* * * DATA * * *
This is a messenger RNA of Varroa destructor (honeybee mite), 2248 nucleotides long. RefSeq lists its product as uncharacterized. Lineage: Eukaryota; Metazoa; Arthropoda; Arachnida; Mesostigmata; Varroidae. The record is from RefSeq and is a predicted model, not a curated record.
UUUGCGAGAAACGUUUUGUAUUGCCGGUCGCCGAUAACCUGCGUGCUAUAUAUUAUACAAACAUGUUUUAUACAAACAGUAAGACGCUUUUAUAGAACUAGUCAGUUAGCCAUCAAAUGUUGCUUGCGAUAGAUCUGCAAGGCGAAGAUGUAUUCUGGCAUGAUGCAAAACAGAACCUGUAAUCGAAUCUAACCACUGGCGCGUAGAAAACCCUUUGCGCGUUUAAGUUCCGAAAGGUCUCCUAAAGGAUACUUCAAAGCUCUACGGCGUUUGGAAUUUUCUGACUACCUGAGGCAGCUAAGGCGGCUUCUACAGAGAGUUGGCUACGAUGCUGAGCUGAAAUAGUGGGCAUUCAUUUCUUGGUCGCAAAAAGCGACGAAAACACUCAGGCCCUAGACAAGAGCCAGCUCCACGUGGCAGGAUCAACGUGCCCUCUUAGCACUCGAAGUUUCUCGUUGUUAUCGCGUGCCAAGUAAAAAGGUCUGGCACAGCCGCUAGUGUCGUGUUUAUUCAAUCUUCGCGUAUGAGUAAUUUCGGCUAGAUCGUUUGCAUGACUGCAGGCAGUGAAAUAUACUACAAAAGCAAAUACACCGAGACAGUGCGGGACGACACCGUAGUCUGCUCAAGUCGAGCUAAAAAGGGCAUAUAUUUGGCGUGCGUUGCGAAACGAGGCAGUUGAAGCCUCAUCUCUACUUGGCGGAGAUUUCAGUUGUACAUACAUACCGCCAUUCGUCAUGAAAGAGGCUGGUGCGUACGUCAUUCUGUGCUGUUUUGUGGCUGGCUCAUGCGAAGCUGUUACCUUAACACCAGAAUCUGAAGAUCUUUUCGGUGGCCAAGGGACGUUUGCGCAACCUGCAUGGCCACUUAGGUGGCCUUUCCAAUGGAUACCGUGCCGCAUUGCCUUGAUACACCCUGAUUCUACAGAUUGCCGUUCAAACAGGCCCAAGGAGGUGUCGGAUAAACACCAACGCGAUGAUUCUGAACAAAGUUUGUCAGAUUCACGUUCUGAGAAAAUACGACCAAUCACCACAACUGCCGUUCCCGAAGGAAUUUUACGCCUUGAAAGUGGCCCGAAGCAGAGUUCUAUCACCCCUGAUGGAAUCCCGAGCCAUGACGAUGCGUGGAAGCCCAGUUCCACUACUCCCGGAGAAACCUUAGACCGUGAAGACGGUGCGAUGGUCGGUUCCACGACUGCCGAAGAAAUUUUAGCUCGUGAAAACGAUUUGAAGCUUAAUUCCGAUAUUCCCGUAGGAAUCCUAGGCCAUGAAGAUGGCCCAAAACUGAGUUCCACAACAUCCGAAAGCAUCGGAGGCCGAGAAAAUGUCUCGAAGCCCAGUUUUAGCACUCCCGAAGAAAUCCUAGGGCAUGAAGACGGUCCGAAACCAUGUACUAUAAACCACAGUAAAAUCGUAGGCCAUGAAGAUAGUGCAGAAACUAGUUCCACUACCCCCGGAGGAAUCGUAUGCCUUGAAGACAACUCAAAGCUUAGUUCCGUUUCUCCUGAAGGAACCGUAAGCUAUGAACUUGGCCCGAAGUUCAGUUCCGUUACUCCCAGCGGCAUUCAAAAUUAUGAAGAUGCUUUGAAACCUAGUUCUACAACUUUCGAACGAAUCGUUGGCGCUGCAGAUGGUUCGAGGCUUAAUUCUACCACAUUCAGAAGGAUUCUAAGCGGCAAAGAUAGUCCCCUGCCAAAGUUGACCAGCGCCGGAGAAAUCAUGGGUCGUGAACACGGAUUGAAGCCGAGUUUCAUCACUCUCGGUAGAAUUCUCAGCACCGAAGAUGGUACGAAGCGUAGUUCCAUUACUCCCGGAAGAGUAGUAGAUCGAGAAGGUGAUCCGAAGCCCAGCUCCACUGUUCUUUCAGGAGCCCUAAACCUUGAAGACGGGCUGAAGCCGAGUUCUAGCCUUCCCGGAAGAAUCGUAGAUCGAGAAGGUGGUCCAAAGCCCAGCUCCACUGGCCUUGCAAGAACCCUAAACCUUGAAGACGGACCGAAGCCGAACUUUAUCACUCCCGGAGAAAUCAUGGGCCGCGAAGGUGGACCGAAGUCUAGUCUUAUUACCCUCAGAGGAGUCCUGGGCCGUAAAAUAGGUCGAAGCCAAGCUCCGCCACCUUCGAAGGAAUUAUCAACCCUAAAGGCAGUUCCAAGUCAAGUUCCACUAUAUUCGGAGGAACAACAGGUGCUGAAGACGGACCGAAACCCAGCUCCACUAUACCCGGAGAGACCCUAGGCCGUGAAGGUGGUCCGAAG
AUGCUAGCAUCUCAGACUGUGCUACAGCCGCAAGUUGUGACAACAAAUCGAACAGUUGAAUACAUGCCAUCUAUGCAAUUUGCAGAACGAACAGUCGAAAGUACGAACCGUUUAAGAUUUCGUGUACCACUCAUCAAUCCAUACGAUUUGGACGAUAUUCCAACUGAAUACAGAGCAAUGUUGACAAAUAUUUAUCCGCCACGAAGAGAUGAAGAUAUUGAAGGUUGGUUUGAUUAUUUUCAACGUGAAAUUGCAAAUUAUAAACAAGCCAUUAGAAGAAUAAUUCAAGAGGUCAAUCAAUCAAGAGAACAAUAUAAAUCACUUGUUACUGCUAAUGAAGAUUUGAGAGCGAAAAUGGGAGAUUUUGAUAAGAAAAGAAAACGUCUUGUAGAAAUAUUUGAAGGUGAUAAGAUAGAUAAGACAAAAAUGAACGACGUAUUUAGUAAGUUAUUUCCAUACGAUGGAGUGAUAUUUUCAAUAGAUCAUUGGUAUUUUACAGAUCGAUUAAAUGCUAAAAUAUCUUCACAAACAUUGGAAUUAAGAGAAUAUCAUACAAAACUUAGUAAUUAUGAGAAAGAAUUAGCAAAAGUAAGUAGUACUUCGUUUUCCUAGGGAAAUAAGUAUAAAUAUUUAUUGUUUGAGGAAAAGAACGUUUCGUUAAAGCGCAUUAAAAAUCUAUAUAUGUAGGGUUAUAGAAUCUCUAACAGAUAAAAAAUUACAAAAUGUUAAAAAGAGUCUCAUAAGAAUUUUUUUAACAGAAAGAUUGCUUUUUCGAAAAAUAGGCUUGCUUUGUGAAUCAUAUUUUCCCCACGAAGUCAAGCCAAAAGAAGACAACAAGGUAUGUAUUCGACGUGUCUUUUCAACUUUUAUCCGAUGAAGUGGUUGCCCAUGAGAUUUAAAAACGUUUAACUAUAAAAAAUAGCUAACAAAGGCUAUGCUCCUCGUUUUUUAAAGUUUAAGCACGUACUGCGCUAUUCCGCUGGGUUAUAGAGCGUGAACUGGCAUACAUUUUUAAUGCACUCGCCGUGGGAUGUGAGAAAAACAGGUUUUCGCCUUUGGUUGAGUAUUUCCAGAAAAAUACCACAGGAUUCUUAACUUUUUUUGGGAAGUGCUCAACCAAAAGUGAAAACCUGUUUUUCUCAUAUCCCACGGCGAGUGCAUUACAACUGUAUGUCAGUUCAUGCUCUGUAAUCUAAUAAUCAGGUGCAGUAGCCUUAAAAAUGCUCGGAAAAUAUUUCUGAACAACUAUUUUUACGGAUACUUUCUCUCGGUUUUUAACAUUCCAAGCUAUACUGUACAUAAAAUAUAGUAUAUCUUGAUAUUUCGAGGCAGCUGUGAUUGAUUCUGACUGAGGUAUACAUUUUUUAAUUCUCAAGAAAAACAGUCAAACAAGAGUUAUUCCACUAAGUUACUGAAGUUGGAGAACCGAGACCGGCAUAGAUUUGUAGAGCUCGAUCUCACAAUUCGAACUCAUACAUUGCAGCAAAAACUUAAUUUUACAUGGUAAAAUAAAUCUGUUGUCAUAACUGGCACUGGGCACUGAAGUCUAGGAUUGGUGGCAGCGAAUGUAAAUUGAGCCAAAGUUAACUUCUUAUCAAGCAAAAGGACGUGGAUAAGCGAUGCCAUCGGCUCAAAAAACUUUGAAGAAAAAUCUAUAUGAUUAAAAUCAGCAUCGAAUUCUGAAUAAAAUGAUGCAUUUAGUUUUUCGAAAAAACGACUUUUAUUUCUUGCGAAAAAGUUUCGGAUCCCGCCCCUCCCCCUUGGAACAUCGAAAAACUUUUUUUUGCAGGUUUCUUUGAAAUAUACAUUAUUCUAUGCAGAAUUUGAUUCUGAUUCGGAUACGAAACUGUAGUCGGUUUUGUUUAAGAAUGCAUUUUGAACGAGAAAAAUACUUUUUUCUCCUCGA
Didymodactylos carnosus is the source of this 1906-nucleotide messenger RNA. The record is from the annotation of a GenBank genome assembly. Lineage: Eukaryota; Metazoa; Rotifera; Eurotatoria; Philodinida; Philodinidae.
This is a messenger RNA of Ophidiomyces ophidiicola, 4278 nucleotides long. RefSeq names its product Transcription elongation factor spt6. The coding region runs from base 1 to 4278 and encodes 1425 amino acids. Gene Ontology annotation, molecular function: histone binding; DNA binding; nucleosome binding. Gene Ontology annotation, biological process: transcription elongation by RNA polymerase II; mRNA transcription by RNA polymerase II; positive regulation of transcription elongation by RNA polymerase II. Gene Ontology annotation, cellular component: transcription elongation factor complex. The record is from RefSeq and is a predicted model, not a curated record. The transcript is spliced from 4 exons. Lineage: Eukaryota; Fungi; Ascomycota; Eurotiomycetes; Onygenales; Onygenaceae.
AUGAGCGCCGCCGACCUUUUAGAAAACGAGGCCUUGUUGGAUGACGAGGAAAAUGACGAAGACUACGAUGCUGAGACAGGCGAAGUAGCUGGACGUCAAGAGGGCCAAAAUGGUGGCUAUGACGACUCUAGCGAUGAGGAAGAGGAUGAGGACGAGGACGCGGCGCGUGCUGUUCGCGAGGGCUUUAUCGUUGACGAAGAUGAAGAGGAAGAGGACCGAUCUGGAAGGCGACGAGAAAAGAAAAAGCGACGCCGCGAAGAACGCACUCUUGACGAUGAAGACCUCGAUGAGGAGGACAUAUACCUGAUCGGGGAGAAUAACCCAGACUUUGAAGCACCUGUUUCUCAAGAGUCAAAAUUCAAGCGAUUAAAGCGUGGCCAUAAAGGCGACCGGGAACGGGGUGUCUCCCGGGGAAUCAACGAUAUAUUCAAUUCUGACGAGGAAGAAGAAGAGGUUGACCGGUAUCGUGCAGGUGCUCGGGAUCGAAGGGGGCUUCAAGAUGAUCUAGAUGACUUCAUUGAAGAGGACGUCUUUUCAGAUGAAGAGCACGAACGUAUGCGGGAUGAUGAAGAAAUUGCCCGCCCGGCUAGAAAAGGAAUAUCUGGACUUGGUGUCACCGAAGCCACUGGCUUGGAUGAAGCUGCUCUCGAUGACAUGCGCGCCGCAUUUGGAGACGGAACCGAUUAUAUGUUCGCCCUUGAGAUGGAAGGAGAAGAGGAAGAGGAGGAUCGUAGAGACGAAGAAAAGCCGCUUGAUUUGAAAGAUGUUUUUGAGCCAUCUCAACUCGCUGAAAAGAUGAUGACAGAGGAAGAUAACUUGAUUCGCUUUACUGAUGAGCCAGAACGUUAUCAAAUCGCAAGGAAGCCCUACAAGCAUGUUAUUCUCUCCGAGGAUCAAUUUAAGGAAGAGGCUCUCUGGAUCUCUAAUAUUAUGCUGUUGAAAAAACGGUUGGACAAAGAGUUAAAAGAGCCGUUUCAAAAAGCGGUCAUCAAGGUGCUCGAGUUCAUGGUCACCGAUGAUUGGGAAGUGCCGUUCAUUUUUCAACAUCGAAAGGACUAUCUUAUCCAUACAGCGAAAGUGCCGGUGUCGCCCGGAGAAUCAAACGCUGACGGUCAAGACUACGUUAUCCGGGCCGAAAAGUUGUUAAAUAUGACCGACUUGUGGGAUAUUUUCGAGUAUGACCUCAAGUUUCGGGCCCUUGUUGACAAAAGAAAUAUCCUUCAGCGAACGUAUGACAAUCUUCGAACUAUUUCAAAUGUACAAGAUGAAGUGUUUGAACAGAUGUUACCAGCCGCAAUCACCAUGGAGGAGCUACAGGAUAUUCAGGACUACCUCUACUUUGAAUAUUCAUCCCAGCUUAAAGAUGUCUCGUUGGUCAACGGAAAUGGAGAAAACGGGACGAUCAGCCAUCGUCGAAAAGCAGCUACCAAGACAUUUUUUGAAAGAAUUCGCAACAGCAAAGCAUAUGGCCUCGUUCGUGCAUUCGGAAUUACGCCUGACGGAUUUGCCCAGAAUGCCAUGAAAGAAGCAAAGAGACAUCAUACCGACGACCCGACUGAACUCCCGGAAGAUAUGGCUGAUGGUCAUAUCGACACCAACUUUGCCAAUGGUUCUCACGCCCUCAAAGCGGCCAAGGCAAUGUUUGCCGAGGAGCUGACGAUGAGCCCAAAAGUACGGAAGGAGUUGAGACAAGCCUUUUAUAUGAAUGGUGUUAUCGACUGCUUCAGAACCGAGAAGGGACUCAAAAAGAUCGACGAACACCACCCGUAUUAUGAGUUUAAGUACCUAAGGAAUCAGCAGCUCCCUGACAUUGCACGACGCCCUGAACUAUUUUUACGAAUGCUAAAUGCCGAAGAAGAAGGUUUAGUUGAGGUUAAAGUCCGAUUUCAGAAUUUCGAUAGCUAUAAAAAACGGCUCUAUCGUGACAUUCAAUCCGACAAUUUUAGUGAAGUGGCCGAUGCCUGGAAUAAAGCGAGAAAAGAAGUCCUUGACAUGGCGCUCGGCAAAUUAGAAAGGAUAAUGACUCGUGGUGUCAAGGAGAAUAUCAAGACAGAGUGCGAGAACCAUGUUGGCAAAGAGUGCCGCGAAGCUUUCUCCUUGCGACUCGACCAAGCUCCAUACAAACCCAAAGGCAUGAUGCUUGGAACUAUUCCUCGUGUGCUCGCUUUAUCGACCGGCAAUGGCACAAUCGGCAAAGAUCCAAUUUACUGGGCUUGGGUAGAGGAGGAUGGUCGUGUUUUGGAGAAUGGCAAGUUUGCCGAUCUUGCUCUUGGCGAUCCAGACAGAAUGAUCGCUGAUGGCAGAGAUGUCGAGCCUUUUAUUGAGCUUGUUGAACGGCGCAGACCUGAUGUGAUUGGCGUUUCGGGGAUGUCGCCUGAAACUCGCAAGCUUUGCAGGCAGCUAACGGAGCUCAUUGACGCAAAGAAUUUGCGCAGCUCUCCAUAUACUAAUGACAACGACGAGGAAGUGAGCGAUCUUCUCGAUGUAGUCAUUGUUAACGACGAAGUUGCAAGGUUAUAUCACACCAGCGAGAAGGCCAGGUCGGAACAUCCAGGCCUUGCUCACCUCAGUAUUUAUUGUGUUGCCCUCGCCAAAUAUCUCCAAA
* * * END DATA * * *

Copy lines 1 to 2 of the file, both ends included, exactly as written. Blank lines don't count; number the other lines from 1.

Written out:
This is a messenger RNA of Varroa destructor (honeybee mite), 2248 nucleotides long. RefSeq lists its product as uncharacterized. Lineage: Eukaryota; Metazoa; Arthropoda; Arachnida; Mesostigmata; Varroidae. The record is from RefSeq and is a predicted model, not a curated record.
UUUGCGAGAAACGUUUUGUAUUGCCGGUCGCCGAUAACCUGCGUGCUAUAUAUUAUACAAACAUGUUUUAUACAAACAGUAAGACGCUUUUAUAGAACUAGUCAGUUAGCCAUCAAAUGUUGCUUGCGAUAGAUCUGCAAGGCGAAGAUGUAUUCUGGCAUGAUGCAAAACAGAACCUGUAAUCGAAUCUAACCACUGGCGCGUAGAAAACCCUUUGCGCGUUUAAGUUCCGAAAGGUCUCCUAAAGGAUACUUCAAAGCUCUACGGCGUUUGGAAUUUUCUGACUACCUGAGGCAGCUAAGGCGGCUUCUACAGAGAGUUGGCUACGAUGCUGAGCUGAAAUAGUGGGCAUUCAUUUCUUGGUCGCAAAAAGCGACGAAAACACUCAGGCCCUAGACAAGAGCCAGCUCCACGUGGCAGGAUCAACGUGCCCUCUUAGCACUCGAAGUUUCUCGUUGUUAUCGCGUGCCAAGUAAAAAGGUCUGGCACAGCCGCUAGUGUCGUGUUUAUUCAAUCUUCGCGUAUGAGUAAUUUCGGCUAGAUCGUUUGCAUGACUGCAGGCAGUGAAAUAUACUACAAAAGCAAAUACACCGAGACAGUGCGGGACGACACCGUAGUCUGCUCAAGUCGAGCUAAAAAGGGCAUAUAUUUGGCGUGCGUUGCGAAACGAGGCAGUUGAAGCCUCAUCUCUACUUGGCGGAGAUUUCAGUUGUACAUACAUACCGCCAUUCGUCAUGAAAGAGGCUGGUGCGUACGUCAUUCUGUGCUGUUUUGUGGCUGGCUCAUGCGAAGCUGUUACCUUAACACCAGAAUCUGAAGAUCUUUUCGGUGGCCAAGGGACGUUUGCGCAACCUGCAUGGCCACUUAGGUGGCCUUUCCAAUGGAUACCGUGCCGCAUUGCCUUGAUACACCCUGAUUCUACAGAUUGCCGUUCAAACAGGCCCAAGGAGGUGUCGGAUAAACACCAACGCGAUGAUUCUGAACAAAGUUUGUCAGAUUCACGUUCUGAGAAAAUACGACCAAUCACCACAACUGCCGUUCCCGAAGGAAUUUUACGCCUUGAAAGUGGCCCGAAGCAGAGUUCUAUCACCCCUGAUGGAAUCCCGAGCCAUGACGAUGCGUGGAAGCCCAGUUCCACUACUCCCGGAGAAACCUUAGACCGUGAAGACGGUGCGAUGGUCGGUUCCACGACUGCCGAAGAAAUUUUAGCUCGUGAAAACGAUUUGAAGCUUAAUUCCGAUAUUCCCGUAGGAAUCCUAGGCCAUGAAGAUGGCCCAAAACUGAGUUCCACAACAUCCGAAAGCAUCGGAGGCCGAGAAAAUGUCUCGAAGCCCAGUUUUAGCACUCCCGAAGAAAUCCUAGGGCAUGAAGACGGUCCGAAACCAUGUACUAUAAACCACAGUAAAAUCGUAGGCCAUGAAGAUAGUGCAGAAACUAGUUCCACUACCCCCGGAGGAAUCGUAUGCCUUGAAGACAACUCAAAGCUUAGUUCCGUUUCUCCUGAAGGAACCGUAAGCUAUGAACUUGGCCCGAAGUUCAGUUCCGUUACUCCCAGCGGCAUUCAAAAUUAUGAAGAUGCUUUGAAACCUAGUUCUACAACUUUCGAACGAAUCGUUGGCGCUGCAGAUGGUUCGAGGCUUAAUUCUACCACAUUCAGAAGGAUUCUAAGCGGCAAAGAUAGUCCCCUGCCAAAGUUGACCAGCGCCGGAGAAAUCAUGGGUCGUGAACACGGAUUGAAGCCGAGUUUCAUCACUCUCGGUAGAAUUCUCAGCACCGAAGAUGGUACGAAGCGUAGUUCCAUUACUCCCGGAAGAGUAGUAGAUCGAGAAGGUGAUCCGAAGCCCAGCUCCACUGUUCUUUCAGGAGCCCUAAACCUUGAAGACGGGCUGAAGCCGAGUUCUAGCCUUCCCGGAAGAAUCGUAGAUCGAGAAGGUGGUCCAAAGCCCAGCUCCACUGGCCUUGCAAGAACCCUAAACCUUGAAGACGGACCGAAGCCGAACUUUAUCACUCCCGGAGAAAUCAUGGGCCGCGAAGGUGGACCGAAGUCUAGUCUUAUUACCCUCAGAGGAGUCCUGGGCCGUAAAAUAGGUCGAAGCCAAGCUCCGCCACCUUCGAAGGAAUUAUCAACCCUAAAGGCAGUUCCAAGUCAAGUUCCACUAUAUUCGGAGGAACAACAGGUGCUGAAGACGGACCGAAACCCAGCUCCACUAUACCCGGAGAGACCCUAGGCCGUGAAGGUGGUCCGAAG